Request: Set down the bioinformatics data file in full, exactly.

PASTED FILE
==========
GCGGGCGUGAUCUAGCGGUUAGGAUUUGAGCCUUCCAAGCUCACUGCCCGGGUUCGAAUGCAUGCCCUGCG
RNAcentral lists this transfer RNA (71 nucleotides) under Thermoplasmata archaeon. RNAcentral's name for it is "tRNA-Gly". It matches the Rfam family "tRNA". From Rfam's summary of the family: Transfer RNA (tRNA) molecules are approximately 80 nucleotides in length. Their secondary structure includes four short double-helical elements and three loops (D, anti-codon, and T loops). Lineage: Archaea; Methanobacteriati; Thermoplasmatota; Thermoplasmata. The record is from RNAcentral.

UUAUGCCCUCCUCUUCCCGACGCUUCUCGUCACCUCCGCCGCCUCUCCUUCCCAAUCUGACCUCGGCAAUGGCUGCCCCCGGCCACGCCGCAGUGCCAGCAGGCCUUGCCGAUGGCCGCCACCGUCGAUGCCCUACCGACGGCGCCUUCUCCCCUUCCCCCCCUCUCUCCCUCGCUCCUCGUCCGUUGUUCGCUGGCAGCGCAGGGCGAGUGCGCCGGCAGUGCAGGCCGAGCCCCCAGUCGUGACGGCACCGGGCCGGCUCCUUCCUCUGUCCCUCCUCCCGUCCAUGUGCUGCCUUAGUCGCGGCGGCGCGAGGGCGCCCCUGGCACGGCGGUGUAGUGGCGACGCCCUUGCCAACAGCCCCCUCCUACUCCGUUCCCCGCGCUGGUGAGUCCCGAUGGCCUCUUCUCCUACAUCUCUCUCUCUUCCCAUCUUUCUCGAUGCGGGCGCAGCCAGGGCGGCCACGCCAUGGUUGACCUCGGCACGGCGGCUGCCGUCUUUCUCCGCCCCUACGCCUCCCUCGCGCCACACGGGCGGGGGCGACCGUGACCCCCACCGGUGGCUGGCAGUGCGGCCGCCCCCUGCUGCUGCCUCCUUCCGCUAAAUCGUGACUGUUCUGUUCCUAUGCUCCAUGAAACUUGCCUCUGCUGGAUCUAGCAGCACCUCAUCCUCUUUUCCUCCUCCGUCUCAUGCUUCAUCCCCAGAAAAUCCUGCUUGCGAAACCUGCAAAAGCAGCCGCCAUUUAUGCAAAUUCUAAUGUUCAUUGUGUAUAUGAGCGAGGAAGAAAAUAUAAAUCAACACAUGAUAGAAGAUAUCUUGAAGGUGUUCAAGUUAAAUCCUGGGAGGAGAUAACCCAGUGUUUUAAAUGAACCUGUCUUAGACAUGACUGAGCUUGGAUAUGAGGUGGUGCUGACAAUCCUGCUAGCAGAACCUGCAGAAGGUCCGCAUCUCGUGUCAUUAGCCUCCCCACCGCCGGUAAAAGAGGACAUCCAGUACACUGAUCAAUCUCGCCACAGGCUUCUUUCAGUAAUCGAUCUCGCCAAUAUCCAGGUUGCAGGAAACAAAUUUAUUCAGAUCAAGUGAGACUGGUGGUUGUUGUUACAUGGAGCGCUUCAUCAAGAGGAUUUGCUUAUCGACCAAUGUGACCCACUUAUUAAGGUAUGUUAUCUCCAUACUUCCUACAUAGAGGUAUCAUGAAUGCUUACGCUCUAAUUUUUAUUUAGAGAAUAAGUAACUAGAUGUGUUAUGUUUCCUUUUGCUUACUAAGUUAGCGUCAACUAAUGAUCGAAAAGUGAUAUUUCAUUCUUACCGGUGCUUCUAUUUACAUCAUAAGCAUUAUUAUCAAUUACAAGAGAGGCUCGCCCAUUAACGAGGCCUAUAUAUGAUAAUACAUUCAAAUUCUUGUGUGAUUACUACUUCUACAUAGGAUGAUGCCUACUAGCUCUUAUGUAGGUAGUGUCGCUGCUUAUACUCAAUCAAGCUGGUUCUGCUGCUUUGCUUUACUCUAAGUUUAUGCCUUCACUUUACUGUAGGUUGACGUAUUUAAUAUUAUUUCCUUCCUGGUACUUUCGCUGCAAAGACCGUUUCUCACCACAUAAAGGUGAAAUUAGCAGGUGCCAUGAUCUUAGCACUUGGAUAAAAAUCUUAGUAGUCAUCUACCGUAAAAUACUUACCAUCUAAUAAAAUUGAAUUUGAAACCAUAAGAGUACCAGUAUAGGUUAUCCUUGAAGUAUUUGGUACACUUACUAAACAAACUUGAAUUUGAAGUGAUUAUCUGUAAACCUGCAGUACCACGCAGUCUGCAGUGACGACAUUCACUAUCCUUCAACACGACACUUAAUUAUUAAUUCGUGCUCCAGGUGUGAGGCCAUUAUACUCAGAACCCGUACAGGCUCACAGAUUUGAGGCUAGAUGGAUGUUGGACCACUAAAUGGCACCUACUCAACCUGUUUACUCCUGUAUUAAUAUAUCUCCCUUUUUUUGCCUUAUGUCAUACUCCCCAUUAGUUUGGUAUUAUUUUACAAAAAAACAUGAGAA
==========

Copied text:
GCGGGCGUGAUCUAGCGGUUAGGAUUUGAGCCUUCCAAGCUCACUGCCCGGGUUCGAAUGCAUGCCCUGCG
RNAcentral lists this transfer RNA (71 nucleotides) under Thermoplasmata archaeon. RNAcentral's name for it is "tRNA-Gly". It matches the Rfam family "tRNA". From Rfam's summary of the family: Transfer RNA (tRNA) molecules are approximately 80 nucleotides in length. Their secondary structure includes four short double-helical elements and three loops (D, anti-codon, and T loops). Lineage: Archaea; Methanobacteriati; Thermoplasmatota; Thermoplasmata. The record is from RNAcentral.

UUAUGCCCUCCUCUUCCCGACGCUUCUCGUCACCUCCGCCGCCUCUCCUUCCCAAUCUGACCUCGGCAAUGGCUGCCCCCGGCCACGCCGCAGUGCCAGCAGGCCUUGCCGAUGGCCGCCACCGUCGAUGCCCUACCGACGGCGCCUUCUCCCCUUCCCCCCCUCUCUCCCUCGCUCCUCGUCCGUUGUUCGCUGGCAGCGCAGGGCGAGUGCGCCGGCAGUGCAGGCCGAGCCCCCAGUCGUGACGGCACCGGGCCGGCUCCUUCCUCUGUCCCUCCUCCCGUCCAUGUGCUGCCUUAGUCGCGGCGGCGCGAGGGCGCCCCUGGCACGGCGGUGUAGUGGCGACGCCCUUGCCAACAGCCCCCUCCUACUCCGUUCCCCGCGCUGGUGAGUCCCGAUGGCCUCUUCUCCUACAUCUCUCUCUCUUCCCAUCUUUCUCGAUGCGGGCGCAGCCAGGGCGGCCACGCCAUGGUUGACCUCGGCACGGCGGCUGCCGUCUUUCUCCGCCCCUACGCCUCCCUCGCGCCACACGGGCGGGGGCGACCGUGACCCCCACCGGUGGCUGGCAGUGCGGCCGCCCCCUGCUGCUGCCUCCUUCCGCUAAAUCGUGACUGUUCUGUUCCUAUGCUCCAUGAAACUUGCCUCUGCUGGAUCUAGCAGCACCUCAUCCUCUUUUCCUCCUCCGUCUCAUGCUUCAUCCCCAGAAAAUCCUGCUUGCGAAACCUGCAAAAGCAGCCGCCAUUUAUGCAAAUUCUAAUGUUCAUUGUGUAUAUGAGCGAGGAAGAAAAUAUAAAUCAACACAUGAUAGAAGAUAUCUUGAAGGUGUUCAAGUUAAAUCCUGGGAGGAGAUAACCCAGUGUUUUAAAUGAACCUGUCUUAGACAUGACUGAGCUUGGAUAUGAGGUGGUGCUGACAAUCCUGCUAGCAGAACCUGCAGAAGGUCCGCAUCUCGUGUCAUUAGCCUCCCCACCGCCGGUAAAAGAGGACAUCCAGUACACUGAUCAAUCUCGCCACAGGCUUCUUUCAGUAAUCGAUCUCGCCAAUAUCCAGGUUGCAGGAAACAAAUUUAUUCAGAUCAAGUGAGACUGGUGGUUGUUGUUACAUGGAGCGCUUCAUCAAGAGGAUUUGCUUAUCGACCAAUGUGACCCACUUAUUAAGGUAUGUUAUCUCCAUACUUCCUACAUAGAGGUAUCAUGAAUGCUUACGCUCUAAUUUUUAUUUAGAGAAUAAGUAACUAGAUGUGUUAUGUUUCCUUUUGCUUACUAAGUUAGCGUCAACUAAUGAUCGAAAAGUGAUAUUUCAUUCUUACCGGUGCUUCUAUUUACAUCAUAAGCAUUAUUAUCAAUUACAAGAGAGGCUCGCCCAUUAACGAGGCCUAUAUAUGAUAAUACAUUCAAAUUCUUGUGUGAUUACUACUUCUACAUAGGAUGAUGCCUACUAGCUCUUAUGUAGGUAGUGUCGCUGCUUAUACUCAAUCAAGCUGGUUCUGCUGCUUUGCUUUACUCUAAGUUUAUGCCUUCACUUUACUGUAGGUUGACGUAUUUAAUAUUAUUUCCUUCCUGGUACUUUCGCUGCAAAGACCGUUUCUCACCACAUAAAGGUGAAAUUAGCAGGUGCCAUGAUCUUAGCACUUGGAUAAAAAUCUUAGUAGUCAUCUACCGUAAAAUACUUACCAUCUAAUAAAAUUGAAUUUGAAACCAUAAGAGUACCAGUAUAGGUUAUCCUUGAAGUAUUUGGUACACUUACUAAACAAACUUGAAUUUGAAGUGAUUAUCUGUAAACCUGCAGUACCACGCAGUCUGCAGUGACGACAUUCACUAUCCUUCAACACGACACUUAAUUAUUAAUUCGUGCUCCAGGUGUGAGGCCAUUAUACUCAGAACCCGUACAGGCUCACAGAUUUGAGGCUAGAUGGAUGUUGGACCACUAAAUGGCACCUACUCAACCUGUUUACUCCUGUAUUAAUAUAUCUCCCUUUUUUUGCCUUAUGUCAUACUCCCCAUUAGUUUGGUAUUAUUUUACAAAAAAACAUGAGAA